“For all have sinned and fall short of the glory of God, and are justified by his grace as a gift, through the redemption that is in Christ Jesus, whom God put forward as a propitiation by his blood, to be received by faith. This was to show God’s righteousness, because in his divine forbearance he had passed over former sins. It was to show his righteousness at the present time, so that he might be just and the justifier of the one who has faith in Jesus” (Rom. 3:23–26).

Even when we have trusted in Christ for salvation, we often turn to sources other than Christ for hope and rescue. But they can never deliver as Jesus does. We are prone to believe that Jesus is one essential component to salvation, one key factor in the equation. But Jesus didn’t say, “I know the way back to God, I’ll provide guidance to the truth, and I can help you find life.” He said, “I am the way, the truth, and the life” (John 14:6, emphasis mine). Salvation and life are found in him alone—plus nothing

Additional Reading: John 1:1–14; 3:16–18; 14:6

Sola Gratia: Grace Alone and Sola Fide: Faith Alone

Salvation is ours by God’s grace alone through faith alone in Jesus Christ alone.

“For by grace you have been saved through faith. And this is not your own doing; it is the gift of God, not a result of works, so that no one may boast” (Eph. 2:8–9).

Matthew Barrett says, “The Reformers loved to talk about a ‘great, marvelous exchange.’ Christ has taken our sin and its penalty on the cross. What have we received in exchange? The perfect, spotless, righteousness of Christ. Not only have we been forgiven, and our debt been paid in full but imputed to our account is Christ’s perfect record of obedience.” This beautiful exchange is only by God’s grace—a gift we do nothing to earn—and we receive it through the instrument of faith. This lifts an impossible burden from our shoulders. We don’t need to be enough or do enough to be worthy of his love and salvation, and once given, it can never be taken away.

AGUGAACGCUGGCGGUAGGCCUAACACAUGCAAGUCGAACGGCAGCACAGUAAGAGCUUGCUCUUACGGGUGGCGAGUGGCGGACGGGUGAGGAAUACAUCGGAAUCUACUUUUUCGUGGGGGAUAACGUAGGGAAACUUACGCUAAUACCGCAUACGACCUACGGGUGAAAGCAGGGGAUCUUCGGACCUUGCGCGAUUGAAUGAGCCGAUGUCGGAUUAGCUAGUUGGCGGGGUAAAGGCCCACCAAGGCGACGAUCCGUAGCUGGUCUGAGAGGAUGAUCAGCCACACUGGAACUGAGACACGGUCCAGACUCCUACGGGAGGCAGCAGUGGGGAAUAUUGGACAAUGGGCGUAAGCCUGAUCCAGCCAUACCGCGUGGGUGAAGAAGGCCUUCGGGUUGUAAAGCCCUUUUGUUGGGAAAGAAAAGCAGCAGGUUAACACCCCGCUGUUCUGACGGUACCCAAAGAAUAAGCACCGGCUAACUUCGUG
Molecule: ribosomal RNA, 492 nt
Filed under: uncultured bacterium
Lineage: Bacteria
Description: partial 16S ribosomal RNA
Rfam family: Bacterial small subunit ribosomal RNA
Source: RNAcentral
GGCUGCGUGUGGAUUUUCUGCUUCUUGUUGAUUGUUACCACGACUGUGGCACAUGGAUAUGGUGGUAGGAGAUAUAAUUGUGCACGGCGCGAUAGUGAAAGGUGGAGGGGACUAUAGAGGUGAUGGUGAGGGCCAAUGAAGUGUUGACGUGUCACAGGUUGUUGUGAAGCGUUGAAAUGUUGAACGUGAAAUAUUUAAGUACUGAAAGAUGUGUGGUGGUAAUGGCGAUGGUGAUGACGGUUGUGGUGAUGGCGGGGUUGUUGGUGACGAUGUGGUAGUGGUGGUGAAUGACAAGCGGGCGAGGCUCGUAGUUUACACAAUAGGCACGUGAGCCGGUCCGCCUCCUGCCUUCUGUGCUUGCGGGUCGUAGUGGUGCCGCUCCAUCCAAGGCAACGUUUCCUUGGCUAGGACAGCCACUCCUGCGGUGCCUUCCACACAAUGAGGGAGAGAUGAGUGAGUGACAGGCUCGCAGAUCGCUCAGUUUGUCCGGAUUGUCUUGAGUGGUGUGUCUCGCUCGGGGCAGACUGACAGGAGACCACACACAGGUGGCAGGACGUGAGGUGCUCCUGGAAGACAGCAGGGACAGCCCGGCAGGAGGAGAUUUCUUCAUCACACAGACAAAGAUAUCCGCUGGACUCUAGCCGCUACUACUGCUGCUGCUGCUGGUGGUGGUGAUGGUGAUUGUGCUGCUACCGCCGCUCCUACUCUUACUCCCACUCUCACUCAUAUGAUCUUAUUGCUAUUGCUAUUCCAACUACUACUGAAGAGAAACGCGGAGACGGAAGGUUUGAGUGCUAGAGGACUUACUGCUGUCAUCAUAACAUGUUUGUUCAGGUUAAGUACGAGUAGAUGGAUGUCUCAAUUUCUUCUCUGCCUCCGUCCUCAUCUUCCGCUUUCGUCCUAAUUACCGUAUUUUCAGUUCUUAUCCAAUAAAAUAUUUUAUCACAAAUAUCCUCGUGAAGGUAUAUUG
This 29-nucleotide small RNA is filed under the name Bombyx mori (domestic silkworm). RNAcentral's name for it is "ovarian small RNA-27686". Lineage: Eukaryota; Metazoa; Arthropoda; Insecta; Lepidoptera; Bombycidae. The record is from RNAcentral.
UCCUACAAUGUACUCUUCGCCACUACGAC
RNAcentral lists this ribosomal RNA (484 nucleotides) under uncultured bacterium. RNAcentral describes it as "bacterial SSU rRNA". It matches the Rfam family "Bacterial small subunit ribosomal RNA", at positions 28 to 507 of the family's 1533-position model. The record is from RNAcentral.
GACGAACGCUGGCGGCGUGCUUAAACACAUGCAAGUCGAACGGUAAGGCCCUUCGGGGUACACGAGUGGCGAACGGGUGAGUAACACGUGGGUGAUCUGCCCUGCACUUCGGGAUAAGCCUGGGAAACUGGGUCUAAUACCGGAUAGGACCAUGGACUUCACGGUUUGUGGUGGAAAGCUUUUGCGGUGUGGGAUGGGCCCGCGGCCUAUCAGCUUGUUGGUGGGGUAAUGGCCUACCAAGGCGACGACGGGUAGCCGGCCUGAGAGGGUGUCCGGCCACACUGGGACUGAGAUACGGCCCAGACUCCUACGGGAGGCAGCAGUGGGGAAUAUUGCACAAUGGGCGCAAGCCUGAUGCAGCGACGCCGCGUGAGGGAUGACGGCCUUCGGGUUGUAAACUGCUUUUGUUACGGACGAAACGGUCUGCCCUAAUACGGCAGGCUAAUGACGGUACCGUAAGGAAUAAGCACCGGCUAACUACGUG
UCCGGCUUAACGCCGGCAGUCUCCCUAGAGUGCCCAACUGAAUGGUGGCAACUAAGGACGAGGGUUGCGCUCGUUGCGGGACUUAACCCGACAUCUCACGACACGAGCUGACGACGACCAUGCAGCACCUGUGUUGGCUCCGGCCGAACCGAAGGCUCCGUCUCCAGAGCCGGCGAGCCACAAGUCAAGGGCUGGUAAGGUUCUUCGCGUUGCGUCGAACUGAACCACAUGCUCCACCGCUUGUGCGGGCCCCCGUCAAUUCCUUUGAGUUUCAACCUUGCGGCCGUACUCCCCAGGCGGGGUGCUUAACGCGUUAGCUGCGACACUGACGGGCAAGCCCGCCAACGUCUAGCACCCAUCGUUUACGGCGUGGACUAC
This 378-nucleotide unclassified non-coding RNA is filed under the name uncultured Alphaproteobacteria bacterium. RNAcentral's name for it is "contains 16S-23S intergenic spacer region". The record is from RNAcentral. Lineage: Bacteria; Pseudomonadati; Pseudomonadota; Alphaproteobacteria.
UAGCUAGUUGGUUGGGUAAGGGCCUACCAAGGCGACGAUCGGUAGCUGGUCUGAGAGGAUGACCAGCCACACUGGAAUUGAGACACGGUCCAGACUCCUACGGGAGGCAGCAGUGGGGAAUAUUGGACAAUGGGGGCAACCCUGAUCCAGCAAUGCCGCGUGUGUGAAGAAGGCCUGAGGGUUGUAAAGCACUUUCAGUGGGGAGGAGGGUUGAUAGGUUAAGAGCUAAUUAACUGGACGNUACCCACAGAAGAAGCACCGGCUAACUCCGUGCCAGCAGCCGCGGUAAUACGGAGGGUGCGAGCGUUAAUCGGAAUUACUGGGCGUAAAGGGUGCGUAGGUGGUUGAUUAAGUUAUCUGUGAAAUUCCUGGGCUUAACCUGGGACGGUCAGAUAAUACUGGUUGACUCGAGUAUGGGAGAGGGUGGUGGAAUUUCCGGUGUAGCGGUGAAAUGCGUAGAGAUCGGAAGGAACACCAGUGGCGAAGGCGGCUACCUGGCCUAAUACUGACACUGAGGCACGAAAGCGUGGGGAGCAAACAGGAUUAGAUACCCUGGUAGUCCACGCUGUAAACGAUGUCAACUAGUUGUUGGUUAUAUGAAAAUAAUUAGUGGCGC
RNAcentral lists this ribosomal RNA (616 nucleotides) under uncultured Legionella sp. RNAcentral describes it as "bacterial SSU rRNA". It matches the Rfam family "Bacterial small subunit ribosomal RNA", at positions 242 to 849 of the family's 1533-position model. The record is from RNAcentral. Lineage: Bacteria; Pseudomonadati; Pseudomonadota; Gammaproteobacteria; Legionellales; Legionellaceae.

Additional Reading: Ephesians 1:3–14

Soli Deo Gloria: Glory to God Alone

Only God deserves and receives glory for his saving work.

“For from him and through him and to him are all things. To him be glory forever. Amen” (Rom. 11:36).

The author of Hebrews reminds us that Jesus is “the founder and perfecter of our faith” (Heb. 12:2), which means it begins and ends with him. Since God is the one who has done all the finished work of saving us, he alone deserves all the glory, honor, and praise. This truth invites a posture of humility before our God as we consider his immeasurable sovereignty, power, and love. He has accomplished what we could never do, nor ever deserve, and lavished us with love. May this inspire overflowing adoration and praise from our hearts and lips. How great is our God! 

Additional Reading: Isaiah 43:7; Jude 24–25

Follow in Footsteps of Faith this Reformation Day

The Reformation may seem like distant history, far removed from our modern lives, but the faithfulness of men and women from church history continues to reverberate today. These core truths on which they staked everything, and for which some even lost their lives, remain the foundation of the church until Christ returns. The Word of God and the gospel of Jesus Christ were more precious than life to the reformers. May we follow in their footsteps of faith with conviction today, for the glory of God alone. 

What is Reformation Day? an article by Well-Watered Women - quote

Meet the Author

Lindsay Cournia earned a Master of Arts in Counseling from Westminster Theological Seminary and is on staff at Harbor Presbyterian Church. She lives with her family in Elizabeth City, North Carolina, where her husband serves in the military. Some of her joys in life are one-on-one conversations, historical fiction novels, overly sweet coffee, and gathered worship on Sundays.